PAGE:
The dangers of button batteries, roughly the size of a dime, are back in the news. According to a study just published in the journal Pediatrics by a group of researchers from Nationwide Children’s Hospital in Columbus, OH, there were an estimated 5,525 ER visits caused by batteries in 2009, with the majority of them occurring in children under the age of five.
Swallowing a button battery can cause serious problems if it becomes stuck in the esophagus. (Kids have been known to stick them in their nose or ear where they can be problematic, too.) Lithium, which makes these little batteries more powerful, also makes them more dangerous. If they are surrounded by liquid, they can generate an external current and can release toxic fluid that can burn through tissue and even cause death in as little as two hours. If you suspect that your child might have swallowed a button battery, don’t wait but immediately take him to the emergency room to have it removed.
Products designed for children should meet certain standards to ensure batteries cannot be easily removed – such as adding a screw to secure the compartment door. Do the ones in your house meet these standards? Much of the time protections on children’s products do not extend to products meant for adults. It’s crucial that all of us are proactive – that we search for, identify and secure the button batteries we use.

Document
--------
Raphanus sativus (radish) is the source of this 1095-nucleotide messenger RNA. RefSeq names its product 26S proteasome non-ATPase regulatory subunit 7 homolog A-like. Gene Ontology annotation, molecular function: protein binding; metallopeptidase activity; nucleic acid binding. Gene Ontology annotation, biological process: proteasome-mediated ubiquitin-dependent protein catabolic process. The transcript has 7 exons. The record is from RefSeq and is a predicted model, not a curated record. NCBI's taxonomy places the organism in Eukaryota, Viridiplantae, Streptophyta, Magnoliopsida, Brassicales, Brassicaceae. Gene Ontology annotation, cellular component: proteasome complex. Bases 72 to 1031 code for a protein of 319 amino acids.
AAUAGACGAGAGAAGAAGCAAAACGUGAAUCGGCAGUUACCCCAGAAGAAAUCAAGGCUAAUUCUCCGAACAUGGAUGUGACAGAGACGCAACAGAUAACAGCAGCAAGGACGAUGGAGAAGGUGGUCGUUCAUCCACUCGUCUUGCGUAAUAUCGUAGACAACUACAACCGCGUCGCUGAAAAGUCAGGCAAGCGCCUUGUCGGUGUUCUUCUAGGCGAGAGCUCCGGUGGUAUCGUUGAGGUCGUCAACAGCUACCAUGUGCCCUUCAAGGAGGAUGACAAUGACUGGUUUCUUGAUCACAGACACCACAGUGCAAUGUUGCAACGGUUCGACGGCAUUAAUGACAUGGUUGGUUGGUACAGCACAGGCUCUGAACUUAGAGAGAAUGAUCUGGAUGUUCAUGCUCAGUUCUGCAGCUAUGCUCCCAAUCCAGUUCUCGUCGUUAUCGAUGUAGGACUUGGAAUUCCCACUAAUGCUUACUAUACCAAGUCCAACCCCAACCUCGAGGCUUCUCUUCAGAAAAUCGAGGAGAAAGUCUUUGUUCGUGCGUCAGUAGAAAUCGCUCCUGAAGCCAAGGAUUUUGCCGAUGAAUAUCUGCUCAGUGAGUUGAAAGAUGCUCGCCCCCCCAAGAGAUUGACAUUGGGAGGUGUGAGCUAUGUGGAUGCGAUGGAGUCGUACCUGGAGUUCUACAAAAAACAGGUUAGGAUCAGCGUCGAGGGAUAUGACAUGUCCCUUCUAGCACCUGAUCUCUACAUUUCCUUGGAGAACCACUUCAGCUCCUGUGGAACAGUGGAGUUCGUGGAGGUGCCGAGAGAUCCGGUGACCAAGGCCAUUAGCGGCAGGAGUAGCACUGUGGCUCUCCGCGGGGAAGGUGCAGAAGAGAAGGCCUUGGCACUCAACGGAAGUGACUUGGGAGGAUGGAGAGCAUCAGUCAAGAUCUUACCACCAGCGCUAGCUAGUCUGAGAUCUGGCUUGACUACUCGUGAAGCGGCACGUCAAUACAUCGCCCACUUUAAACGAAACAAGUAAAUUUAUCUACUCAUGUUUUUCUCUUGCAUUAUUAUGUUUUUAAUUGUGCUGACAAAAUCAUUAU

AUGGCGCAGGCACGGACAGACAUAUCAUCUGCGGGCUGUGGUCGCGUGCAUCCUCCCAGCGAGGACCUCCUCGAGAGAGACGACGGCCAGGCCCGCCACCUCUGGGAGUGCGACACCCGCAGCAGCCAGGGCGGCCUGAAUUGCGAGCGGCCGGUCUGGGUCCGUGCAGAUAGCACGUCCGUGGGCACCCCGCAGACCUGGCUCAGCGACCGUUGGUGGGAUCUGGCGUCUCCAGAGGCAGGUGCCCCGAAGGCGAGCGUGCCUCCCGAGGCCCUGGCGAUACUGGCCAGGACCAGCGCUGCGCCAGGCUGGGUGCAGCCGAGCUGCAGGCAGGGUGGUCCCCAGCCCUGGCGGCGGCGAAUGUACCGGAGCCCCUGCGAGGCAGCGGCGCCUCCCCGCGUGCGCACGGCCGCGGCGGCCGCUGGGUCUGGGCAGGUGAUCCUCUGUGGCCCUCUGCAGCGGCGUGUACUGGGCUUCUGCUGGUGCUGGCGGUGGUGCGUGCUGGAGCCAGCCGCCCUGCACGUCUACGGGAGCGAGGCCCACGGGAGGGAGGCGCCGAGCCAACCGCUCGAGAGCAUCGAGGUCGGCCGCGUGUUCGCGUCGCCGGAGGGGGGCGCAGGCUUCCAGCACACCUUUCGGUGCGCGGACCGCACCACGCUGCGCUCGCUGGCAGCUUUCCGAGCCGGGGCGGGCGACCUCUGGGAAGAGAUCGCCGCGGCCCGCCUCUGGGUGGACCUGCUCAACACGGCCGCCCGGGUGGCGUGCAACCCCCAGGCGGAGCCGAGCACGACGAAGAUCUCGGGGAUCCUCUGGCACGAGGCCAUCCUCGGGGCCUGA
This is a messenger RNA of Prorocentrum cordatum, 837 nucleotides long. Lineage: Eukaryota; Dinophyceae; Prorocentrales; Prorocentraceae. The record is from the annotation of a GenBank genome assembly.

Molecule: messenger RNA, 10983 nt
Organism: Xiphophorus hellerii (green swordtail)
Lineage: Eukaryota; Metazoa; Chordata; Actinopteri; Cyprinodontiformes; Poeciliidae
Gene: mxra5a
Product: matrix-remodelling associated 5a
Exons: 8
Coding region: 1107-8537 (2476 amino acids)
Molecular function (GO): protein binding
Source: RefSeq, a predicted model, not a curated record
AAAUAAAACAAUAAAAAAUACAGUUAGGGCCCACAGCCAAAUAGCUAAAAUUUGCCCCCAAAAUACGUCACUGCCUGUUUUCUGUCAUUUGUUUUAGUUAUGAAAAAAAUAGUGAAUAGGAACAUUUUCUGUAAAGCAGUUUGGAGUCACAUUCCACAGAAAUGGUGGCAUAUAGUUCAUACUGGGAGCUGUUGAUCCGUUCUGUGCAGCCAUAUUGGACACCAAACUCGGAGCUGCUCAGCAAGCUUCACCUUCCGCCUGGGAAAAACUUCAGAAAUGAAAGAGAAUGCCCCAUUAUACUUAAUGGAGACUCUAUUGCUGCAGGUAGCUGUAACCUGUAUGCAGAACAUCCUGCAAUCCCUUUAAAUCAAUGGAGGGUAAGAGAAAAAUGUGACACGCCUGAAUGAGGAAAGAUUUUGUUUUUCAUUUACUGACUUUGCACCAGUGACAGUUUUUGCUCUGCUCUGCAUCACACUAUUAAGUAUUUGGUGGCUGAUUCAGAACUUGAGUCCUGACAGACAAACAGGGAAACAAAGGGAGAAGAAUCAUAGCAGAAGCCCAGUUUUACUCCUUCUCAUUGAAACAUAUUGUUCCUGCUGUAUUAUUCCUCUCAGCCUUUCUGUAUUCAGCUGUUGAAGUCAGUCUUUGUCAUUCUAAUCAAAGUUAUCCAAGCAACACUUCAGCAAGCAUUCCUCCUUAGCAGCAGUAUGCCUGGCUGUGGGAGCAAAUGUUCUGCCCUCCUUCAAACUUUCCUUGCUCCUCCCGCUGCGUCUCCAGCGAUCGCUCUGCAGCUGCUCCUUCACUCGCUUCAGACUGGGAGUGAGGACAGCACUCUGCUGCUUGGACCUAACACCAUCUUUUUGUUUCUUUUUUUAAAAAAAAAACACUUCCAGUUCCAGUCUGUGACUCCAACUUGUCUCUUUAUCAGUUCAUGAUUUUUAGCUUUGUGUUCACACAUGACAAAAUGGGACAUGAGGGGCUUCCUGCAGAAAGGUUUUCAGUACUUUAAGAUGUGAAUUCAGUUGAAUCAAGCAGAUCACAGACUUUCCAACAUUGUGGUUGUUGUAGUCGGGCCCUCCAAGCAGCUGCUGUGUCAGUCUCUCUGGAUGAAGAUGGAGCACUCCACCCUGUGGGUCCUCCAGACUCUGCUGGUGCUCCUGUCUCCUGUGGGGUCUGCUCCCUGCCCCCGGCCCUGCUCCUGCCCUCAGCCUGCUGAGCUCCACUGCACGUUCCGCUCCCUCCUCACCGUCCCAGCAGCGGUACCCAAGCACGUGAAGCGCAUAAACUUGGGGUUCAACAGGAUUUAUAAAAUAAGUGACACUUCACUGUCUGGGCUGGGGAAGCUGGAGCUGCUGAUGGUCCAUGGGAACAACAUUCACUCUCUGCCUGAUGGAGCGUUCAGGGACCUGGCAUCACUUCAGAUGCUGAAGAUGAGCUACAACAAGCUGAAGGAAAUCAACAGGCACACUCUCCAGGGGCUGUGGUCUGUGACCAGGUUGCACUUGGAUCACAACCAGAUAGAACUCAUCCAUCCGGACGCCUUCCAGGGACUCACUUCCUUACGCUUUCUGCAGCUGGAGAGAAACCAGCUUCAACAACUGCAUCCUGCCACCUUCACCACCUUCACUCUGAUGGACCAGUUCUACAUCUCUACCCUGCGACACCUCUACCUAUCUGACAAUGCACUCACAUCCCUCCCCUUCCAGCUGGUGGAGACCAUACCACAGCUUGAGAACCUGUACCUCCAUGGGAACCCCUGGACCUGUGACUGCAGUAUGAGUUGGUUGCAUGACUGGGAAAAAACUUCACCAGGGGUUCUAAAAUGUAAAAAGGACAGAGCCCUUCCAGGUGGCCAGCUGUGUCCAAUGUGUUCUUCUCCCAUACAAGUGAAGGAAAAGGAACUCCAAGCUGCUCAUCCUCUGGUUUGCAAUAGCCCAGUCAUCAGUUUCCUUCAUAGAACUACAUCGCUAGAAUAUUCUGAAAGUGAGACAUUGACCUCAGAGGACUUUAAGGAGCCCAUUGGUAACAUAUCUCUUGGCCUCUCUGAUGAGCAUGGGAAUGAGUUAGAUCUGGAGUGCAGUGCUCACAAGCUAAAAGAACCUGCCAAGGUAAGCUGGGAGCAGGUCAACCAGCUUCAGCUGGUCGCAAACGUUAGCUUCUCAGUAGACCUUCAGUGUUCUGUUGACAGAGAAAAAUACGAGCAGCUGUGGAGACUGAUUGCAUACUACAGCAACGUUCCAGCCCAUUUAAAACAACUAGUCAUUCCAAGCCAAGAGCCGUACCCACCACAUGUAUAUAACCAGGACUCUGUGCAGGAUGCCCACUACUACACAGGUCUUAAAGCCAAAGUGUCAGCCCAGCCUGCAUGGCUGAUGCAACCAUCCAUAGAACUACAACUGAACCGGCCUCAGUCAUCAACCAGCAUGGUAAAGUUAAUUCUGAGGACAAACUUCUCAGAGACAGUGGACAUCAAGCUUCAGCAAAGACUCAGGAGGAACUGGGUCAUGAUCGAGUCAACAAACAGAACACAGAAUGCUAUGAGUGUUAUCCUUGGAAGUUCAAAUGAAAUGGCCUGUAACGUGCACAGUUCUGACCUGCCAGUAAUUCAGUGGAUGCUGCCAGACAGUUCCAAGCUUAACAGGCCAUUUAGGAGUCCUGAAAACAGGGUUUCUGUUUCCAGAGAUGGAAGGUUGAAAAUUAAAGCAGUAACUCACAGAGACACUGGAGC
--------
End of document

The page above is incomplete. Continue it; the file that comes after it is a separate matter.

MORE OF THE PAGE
Here’s a list of some of the items you may have in your home, purse, or car that use button batteries (who knew?!) Check these out: toys; wireless game controls; hearing aids; digital thermometers; watches; calculators; fun flashing jewelry and shoes; remote control devices, including the wireless access for your car door; greeting cards; flashlights; digital bathroom scales; laser pointers; back-up for your PC or digital clock; PDA devices; battery operated children’s books; glucometers, security tokens; video game cartridges or memory cards; solar/electric candles; bicycle LED head and/or tail lights…
Lock your spare batteries in a cabinet where you also lock poisons or your medications. Make sure you share this information with your friends and family members with young children. And don’t forget to tell grandparents who often are out of the loop on things like this but care for your little ones.